Emily wrote, "Trial by jury involves a selection process. It's not exactly a self nomination thing."
Okay. I should have said, "The prosecution can rest, imnsho."
Emily again: "Challenging questions are OK. If a concept cannot be challenged, and must be protected like a glass bubble, it's not much good in the real world. Something that can be kicked around, evolved and improved, is. It's called critical thinking, and while it's not exactly in vogue in the US any more, 49% of us still practice it."
Thanks for the giggle there at the end.
What made me finally snarl publically (after following this thread for several days) was neither critical thinking nor raising the bar. I saw a single argument - that supporting women instructors was not traditional - combined with a lot of insinuation that the women being responded to are being crybabies, have aikido that won't stand up in a tough dojo, and/or take floppy, weak ukemi with poor attacks. A woman said that she liked having senior women around to when she got grabbed on the mat, and she was accused of playing the vitctim card. Even worse, it was implied that women should learn to put up with being molested because it's natural. Yes, we are primates, but we are also human; I'd like to think that we have more potential than 'eat, grow, and reproduce.' Why are we practicing aikido, if we're nothing but monkeys?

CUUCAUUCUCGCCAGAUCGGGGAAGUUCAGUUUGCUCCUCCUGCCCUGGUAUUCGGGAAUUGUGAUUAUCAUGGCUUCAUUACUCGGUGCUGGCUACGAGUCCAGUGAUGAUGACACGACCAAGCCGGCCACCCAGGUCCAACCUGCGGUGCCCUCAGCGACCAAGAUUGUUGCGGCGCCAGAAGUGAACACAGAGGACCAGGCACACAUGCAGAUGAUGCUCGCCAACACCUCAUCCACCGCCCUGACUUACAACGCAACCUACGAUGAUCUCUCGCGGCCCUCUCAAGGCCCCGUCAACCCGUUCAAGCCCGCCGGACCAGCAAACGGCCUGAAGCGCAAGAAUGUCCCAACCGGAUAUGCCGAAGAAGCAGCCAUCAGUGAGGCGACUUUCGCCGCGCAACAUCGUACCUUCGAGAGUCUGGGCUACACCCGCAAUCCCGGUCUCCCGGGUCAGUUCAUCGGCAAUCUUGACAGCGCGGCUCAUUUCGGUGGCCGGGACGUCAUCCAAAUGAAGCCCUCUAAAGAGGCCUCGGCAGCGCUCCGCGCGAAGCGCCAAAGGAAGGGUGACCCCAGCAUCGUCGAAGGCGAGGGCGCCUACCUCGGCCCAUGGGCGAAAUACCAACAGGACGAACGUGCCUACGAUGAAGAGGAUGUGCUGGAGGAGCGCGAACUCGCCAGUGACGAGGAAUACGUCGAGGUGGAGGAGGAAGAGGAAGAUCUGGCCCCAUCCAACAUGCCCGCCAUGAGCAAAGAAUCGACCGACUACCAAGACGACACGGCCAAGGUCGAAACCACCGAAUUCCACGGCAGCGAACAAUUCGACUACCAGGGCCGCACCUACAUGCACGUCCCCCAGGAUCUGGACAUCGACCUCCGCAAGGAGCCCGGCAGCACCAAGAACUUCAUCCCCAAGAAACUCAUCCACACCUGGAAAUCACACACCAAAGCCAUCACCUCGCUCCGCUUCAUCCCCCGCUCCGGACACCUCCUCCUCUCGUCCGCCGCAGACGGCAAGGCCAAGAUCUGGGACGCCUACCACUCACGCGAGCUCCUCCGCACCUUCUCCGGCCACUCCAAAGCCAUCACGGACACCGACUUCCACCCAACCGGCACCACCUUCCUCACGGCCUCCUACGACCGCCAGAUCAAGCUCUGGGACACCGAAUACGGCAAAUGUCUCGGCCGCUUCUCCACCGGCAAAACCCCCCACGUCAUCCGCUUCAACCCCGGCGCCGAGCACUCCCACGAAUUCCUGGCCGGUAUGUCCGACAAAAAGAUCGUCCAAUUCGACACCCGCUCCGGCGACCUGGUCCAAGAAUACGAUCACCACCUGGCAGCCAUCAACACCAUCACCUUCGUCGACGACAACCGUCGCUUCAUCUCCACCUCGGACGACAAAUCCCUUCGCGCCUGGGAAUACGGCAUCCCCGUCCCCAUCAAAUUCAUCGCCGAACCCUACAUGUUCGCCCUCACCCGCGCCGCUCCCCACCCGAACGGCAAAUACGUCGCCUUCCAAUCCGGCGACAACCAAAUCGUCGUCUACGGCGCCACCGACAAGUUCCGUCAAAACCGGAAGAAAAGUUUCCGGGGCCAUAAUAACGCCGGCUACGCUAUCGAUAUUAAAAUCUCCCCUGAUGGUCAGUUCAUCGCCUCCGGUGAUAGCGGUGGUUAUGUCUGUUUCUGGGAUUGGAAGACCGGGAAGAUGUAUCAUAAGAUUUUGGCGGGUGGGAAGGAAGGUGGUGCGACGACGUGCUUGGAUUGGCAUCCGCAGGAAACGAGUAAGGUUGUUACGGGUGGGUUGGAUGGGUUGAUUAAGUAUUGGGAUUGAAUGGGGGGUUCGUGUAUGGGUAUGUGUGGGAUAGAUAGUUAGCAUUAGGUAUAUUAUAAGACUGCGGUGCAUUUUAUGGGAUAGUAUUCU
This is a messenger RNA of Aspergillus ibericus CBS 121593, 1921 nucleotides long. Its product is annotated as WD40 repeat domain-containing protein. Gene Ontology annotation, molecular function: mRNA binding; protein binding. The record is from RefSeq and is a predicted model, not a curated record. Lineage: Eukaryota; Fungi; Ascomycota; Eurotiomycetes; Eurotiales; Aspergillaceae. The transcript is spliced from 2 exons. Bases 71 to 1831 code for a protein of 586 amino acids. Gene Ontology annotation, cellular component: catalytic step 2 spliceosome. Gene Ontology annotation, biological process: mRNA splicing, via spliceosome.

Okay. Per an earlier plea by Emily, a change of topic:
Kayla Feder Sensei came up to the dojo I train at last year for a seminar, and it was wonderful. The ab warmups were *awful* (in a good way), and we're still working on some of the ukemi techniques she showed us. I also loved having the opportunity to listen in on her discussions with our dojo-cho at the post-seminar potluck.
I'm also indebted to my female sempai for giving me the example of women who are feminine but not weak, good martial artists but not masculine, and also for showing me how to put a nikkyo on someone with wrists twice as big as mine.